Some of Sheba's questions were related to Old Testament wisdom. For example, "The dead lived, the grave moved, and the dead prayed. What is it?" The answer: "The dead that lived and prayed was Jonah; the fish, the moving grave." (22) In one theological riddle, she asked: "What is the ugliest thing in the world, and what is the most beautiful? What is the most certain, and what is the most uncertain?" Solomon replied, "The ugliest the faithful turning unfaithful; the most beautiful is the repentant sinner. The most certain is death; the most uncertain, one's share in the World to Come." (23)

In addition to riddles which required a verbal answer, Sheba tested Solomon's ingenuity in action. Dressing five boys and girls identically, she asked him to detect their sex. When he handed them bowls of water for them to wash their hands, the girls, unlike the boys, rolled up their sleeves. Sheba also brought Solomon two flowers alike in appearance, but one was real while the other was artificial; he distinguished them by noting how bees swarmed to the flower with the genuine fragrance. Then, giving him a large emerald with a curved hole in the middle, she asked him to draw a thread through it; he sent for a silkworm, which crawled through the hole drawing with it a silken thread.

The Midrash Hachefez reports still another test of Solomon's cleverness. Sheba presented Solomon with the sawn trunk of a cedar tree, the ends cut off so that they looked the same; she asked Solomon which end had been the root, and which the branches. Solomon ordered the tree stump to be placed in water. When one end sank while the other floated, he said to her, "The part which sank was the root, and that which floated on the surface was the end containing the branches."

According to the Kebra Negast, the questions and tests were mutual; Solomon also challenged Sheba. Yet existing legends describe only a few of the artful strategies he used to outwit her. Determined to discover if the stories of her deformed foot were true, he arranged for a stream of water to flow onto the glass beside his throne (in the Quran, he had running water with fish swimming about it under clear glass), so that Sheba would lift her skirts as she approached him. When she did so, he noted the hair on her legs, and told her, "Thy beauty is the beauty of a woman, but they hair is masculine; hair is an ornament to a man, but it disfigures a woman." He then invented a depilatory in order to acquaint her with his conceptions of womanhood.(24)

During Sheba's six month visit with Solomon, she conversed with him daily. The Kebra Negast informs us that "the Queen used to go to Solomon and return continually, and hearken unto his wisdom, and keep it in her heart. And Solomon used to go and visit her, and answer all the questions which she put to him... and he informed her concerning every matter that she wished to enquire about." (25) Frequently, they roamed Jerusalem together, as she questioned him and watched him at work. 

Once, observing a laborer wearing ragged garments, sweating, carrying a stone on his head and a jug of water around his neck, Solomon mused:

"Look at this man. Wherein am I superior to this man? In what am I better than this man? Wherein shall I glory over this man? For I am a man and dust and ashes, who tomorrow will become worms and corruption, and yet at this moment I appear like one who will never die. As is his death, so is my death, and as is his life, so is my life.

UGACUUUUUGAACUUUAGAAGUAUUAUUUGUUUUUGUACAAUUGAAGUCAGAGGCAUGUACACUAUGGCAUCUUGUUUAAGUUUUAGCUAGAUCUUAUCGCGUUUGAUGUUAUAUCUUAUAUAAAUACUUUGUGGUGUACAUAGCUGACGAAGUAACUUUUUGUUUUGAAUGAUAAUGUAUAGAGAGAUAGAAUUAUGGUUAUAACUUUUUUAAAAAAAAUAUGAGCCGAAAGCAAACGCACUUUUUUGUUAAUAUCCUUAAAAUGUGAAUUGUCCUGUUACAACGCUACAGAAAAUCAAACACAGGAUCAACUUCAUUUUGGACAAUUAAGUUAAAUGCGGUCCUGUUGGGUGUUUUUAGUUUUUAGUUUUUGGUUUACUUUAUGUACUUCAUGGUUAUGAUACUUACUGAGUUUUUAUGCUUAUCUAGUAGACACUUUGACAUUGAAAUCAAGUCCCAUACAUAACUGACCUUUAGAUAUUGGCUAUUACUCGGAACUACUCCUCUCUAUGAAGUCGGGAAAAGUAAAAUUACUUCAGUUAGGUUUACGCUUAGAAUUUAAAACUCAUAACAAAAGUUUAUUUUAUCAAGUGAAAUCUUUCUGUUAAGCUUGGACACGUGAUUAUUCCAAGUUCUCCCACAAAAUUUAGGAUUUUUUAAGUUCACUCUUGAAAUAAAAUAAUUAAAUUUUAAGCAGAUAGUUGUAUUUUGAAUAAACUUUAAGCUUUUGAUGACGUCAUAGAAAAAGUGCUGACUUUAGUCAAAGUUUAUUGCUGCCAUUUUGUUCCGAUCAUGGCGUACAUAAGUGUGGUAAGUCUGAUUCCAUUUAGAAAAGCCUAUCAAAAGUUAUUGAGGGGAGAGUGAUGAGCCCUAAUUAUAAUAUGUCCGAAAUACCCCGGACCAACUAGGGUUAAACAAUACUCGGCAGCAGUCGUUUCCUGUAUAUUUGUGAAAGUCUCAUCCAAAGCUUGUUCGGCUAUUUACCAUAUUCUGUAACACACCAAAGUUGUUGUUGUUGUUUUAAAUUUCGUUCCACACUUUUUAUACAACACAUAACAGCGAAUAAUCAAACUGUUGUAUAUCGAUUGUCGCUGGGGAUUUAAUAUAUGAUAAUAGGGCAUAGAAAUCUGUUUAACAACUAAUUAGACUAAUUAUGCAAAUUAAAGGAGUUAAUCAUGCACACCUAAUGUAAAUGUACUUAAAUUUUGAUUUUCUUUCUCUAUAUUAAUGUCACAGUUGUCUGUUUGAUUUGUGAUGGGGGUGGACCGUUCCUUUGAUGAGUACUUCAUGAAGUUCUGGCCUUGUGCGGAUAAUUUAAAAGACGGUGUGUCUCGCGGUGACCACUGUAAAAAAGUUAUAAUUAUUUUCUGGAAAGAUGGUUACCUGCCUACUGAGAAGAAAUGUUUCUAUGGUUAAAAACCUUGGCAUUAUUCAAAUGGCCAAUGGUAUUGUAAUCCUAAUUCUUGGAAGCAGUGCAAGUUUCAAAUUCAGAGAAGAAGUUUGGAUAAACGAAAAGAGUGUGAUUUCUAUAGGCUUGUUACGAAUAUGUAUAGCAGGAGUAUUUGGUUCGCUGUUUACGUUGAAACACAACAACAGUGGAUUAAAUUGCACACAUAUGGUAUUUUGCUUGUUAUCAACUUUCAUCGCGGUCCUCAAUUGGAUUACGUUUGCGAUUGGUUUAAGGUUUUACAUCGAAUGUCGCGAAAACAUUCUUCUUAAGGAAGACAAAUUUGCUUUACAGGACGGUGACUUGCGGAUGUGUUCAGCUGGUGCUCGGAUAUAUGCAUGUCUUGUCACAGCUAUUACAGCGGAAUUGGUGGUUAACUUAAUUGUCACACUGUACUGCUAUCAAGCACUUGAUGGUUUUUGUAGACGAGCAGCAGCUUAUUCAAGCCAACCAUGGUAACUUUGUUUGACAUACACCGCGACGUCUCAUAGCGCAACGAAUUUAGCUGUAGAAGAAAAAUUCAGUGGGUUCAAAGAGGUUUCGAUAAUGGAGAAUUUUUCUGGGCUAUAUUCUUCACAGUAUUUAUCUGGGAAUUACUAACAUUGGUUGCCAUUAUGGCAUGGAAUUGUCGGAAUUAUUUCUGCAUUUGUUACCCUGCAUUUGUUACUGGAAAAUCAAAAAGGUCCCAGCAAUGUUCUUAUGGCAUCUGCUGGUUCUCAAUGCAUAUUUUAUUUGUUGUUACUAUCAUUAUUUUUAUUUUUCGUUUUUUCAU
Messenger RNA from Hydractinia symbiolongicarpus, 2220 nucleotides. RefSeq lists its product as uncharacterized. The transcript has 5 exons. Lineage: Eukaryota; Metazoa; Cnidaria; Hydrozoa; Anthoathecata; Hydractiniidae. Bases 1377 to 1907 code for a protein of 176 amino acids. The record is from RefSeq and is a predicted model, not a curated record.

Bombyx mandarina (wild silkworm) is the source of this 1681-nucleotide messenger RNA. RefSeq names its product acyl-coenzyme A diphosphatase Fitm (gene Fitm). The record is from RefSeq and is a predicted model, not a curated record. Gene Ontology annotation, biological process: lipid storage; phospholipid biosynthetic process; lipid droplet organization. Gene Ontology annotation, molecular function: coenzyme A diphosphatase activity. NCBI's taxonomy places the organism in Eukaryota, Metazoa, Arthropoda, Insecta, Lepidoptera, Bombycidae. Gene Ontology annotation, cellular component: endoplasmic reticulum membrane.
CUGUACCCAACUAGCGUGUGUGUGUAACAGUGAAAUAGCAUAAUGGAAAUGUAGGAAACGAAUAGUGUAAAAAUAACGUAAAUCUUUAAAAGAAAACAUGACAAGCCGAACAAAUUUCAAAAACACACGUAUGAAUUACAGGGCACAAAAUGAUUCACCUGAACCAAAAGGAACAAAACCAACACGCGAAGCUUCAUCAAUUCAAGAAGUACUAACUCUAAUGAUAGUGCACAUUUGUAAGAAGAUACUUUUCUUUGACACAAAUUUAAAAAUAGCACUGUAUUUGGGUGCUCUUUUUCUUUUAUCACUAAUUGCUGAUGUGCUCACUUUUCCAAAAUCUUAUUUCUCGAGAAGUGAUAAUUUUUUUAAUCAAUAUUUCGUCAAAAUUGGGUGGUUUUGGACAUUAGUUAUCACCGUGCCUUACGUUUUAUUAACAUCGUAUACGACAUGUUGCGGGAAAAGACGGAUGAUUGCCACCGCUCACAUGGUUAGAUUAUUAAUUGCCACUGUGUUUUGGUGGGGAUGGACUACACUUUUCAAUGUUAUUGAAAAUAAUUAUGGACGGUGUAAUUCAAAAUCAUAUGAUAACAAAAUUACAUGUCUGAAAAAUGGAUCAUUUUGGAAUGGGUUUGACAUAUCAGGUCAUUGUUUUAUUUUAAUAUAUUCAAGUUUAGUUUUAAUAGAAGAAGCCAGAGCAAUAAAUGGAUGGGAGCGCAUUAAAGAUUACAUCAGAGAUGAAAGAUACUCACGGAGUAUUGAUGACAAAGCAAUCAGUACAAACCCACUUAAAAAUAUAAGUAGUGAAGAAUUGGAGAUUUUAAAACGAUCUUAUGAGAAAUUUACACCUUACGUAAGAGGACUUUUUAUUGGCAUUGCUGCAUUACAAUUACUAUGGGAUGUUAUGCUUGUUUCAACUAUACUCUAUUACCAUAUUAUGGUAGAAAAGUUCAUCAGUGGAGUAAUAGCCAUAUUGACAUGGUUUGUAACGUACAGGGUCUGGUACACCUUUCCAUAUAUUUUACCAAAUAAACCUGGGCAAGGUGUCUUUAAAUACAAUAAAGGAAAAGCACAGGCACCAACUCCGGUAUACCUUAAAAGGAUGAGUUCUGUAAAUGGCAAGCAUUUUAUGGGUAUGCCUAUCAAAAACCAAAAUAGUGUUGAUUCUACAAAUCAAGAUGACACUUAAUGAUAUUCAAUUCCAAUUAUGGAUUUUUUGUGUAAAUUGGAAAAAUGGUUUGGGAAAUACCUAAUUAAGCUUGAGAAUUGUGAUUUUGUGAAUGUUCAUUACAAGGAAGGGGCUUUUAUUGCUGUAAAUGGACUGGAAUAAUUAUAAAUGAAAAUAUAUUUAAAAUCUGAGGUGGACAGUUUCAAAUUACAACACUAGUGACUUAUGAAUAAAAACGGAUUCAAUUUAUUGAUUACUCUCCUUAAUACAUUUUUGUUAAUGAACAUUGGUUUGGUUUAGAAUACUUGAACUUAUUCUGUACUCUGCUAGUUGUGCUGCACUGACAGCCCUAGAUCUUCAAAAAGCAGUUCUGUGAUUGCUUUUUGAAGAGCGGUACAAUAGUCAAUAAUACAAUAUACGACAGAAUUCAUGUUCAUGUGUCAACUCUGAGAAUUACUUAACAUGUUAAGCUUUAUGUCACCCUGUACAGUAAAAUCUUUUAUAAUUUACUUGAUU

Then what is the use of us, the children of men, if we do not exercise kindness and love upon earth? Are we not all nothingness, mere grass of the field, which withereth in its season and is burnt in the fire? On the earth we wear costly apparel... we provide ourselves with sweet scents... but even whilst we are alive we are dead in sin and in transgressions. Blessed is the man who knoweth wisdom, compassion and the fear of God." (26)

Whether Sheba was an adoring adolescent in search of a wise hero, or a confident, powerful young woman who journeyed to Jerusalem to challenge Solomon, she was impressed with his wisdom, compassion, justice and wealth. I Kings tells us:

"And when the queen of Sheba had seen all the wisdom of Solomon, and the house that he had built, and the food of his table, and the attendance of his ministers...she said to the King, `It was a true report that I heard in mine own land of thine acts, and of thy wisdom. Howbeit I believed not the words, until I came, and mine eyes had seen it; thou hast wisdom and prosperity exceeding the fame which I heard. Happy are thy men...that stand continually before thee, and that hear thy wisdom.'" (27)

Josephus also states that she was surprised to learn that the flattering reports she had heard about Solomon were true, "that she was amazed at the wisdom of Solomon.... She was in the greatest admiration imaginable, insomuch that she was not able to contain the surprise she was in, but openly confessed how wonderfully she was affected." (28)

continue to page seven
Read the Old Testament - I King 10 or II Chronicles 9



(22) Midrash Hachefez, quoted in Rappoport, p. 128, Ginzberg (1913), p.147, Ginzberg (1956), p.563, and Frankel, p.234-5

(23) quoted in Gaer, p.243.

(24) Targum Sheni, retold in Ginzberg, (1913) p.145, in Ginzberg (1956) p.562, in Silberman in Pritchard, pp. 70-71. Also appears in ben Yosef, Sadya, the Ma'ase Malkath Sehba, THE TALE OF THE QUEEN OF SHEBA, and in the Qu'ran (Koran).

(25) Budge, chapter 28.

(26) Budge, chapter 27.

(27) I Kings 10: 4-7

(28) Josephus, VIII, 6:5, p. 226.

Copyright 1990 by Tracy Marks
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